Teachers and students wanted to honor Wirth and the important place he occupied in their lives, and classes devised projects to do that. A third-grade class, for example, designed a “memory tree” for him. Neely-Randall’s class decided to write letters to his widow to offer condolences and reminders about how much he had touched their lives.
“The letters came from the students’ hearts,” Neely-Randall said. “They represent all levels of students from gifted to special ed, and they are first-draft handwritten copies, because I wanted this correspondence to be personal between Dan’s wife and them. I wanted them to just sit and get their raw, innocent, children’s thoughts on paper, which would add to their own healing.
“I gave some general guidelines for a friendly letter and told them they could add a favorite quote or two and before you knew it, they were all scouring the internet reading compassionate quotes and thoughts about grief, which also, I believe, helped them to process his loss a bit more while they were trying to help Mrs. Wirth process her own.”
Following is the eulogy that Fitch, the principal, delivered at Wirth’s funeral, which, she told colleagues, was “by far one of the hardest things I have ever had to do.”
Principal Fitch’s eulogy of Dan Wirth:
“Dan Wirth was a remarkable man. By definition, the word “remarkable” means worthy of attention.
“If I asked 40 students or staff, each of us would use words that go back to the same term. Remarkable.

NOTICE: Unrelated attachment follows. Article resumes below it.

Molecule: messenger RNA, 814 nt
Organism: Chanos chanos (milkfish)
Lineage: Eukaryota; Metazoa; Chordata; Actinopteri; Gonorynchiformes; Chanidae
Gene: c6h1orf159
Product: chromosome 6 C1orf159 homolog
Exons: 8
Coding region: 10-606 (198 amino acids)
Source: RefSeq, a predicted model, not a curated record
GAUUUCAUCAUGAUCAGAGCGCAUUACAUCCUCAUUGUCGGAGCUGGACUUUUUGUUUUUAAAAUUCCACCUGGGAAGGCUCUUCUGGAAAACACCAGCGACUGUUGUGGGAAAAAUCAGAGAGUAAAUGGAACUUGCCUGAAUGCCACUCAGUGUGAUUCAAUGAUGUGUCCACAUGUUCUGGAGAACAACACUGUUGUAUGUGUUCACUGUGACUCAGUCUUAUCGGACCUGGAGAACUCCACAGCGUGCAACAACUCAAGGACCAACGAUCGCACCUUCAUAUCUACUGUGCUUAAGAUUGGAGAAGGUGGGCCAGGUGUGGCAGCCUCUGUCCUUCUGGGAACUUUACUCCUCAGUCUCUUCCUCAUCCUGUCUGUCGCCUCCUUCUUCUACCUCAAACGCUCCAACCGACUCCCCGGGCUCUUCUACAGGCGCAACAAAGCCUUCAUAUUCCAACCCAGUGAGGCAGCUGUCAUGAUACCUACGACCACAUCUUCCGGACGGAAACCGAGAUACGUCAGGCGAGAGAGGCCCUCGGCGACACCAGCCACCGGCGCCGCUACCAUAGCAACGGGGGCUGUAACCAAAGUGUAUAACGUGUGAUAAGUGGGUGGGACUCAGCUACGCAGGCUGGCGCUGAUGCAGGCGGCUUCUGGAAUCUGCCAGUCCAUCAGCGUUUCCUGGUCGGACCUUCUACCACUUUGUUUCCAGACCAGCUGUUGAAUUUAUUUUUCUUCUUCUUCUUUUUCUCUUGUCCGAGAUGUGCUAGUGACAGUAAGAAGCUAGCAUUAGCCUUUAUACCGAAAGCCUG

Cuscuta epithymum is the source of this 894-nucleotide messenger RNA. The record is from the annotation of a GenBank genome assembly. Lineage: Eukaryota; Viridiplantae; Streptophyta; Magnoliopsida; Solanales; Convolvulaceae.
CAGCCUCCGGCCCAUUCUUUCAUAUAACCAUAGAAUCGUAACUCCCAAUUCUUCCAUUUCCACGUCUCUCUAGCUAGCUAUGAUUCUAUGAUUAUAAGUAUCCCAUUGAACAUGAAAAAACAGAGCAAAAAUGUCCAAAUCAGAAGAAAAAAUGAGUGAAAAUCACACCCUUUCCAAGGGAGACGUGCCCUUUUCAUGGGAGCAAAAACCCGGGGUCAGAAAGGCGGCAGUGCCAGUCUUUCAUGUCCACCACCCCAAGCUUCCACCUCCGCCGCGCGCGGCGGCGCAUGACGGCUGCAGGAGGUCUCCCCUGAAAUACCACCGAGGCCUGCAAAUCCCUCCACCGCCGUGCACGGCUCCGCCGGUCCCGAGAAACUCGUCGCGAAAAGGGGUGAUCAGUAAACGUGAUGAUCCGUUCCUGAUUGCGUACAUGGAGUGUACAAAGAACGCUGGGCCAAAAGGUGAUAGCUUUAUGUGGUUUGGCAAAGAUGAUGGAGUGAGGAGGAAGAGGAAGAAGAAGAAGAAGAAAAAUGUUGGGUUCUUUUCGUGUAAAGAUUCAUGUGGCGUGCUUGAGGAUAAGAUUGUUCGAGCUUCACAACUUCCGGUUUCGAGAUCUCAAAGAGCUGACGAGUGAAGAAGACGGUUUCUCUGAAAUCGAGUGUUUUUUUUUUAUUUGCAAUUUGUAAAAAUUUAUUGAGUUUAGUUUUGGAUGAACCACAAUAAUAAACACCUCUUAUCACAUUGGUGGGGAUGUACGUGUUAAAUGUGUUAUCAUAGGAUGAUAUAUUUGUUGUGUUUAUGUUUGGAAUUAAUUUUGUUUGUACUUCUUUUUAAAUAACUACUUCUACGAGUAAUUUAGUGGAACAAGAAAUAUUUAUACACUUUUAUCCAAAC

“You see, Dan was this man who made coffee every morning for the staff. It wasn’t part of his job description or duties, it was just something that made him ‘Dan.’
“On a miserable weather day, he would be waiting at the back door to help you in. He was a text away to others when they needed help setting up for plays or PTI events. He was ‘Dan the Man’ to anyone who needed an extra hand with some of the crazy activities we were doing on the fly. He was first in line for potluck luncheons, but last to leave when there was work to be done or help that was needed.
“To parents, he was the man that made you follow the car-rider line, but he was also that man that kept every kid safe in that parking lot. Most people never knew that Dan never missed a McKinley music concert. It wasn’t because his own kids were in the performance; he was there because his McKinley family was there.
“To me, personally, Dan was so much more. He was part of my dream team; my right-hand man; my marigold. You see, most people think a principal runs a school, but the truth is that it takes a team. Dan was part of that team and will always be a part of that team.
“Every morning, Dan and I would talk about our families. I would talk about my boys, and he would talk about his grandkids and wife. We would talk about the day’s events and how we would lean on each other when needed. Dan made work easy. He taught me to fight for my students and staff. To not back down, even when others pushed back or told me something wasn’t doable.
“Because of Dan’s inspiration, McKinley will continue to fight for our children. We will continue to spread acts of kindness, no matter how small. We will climb mountains, even when they look to be way too steep. I thank Dan’s family for sharing with me one of the most remarkable men I have ever met.”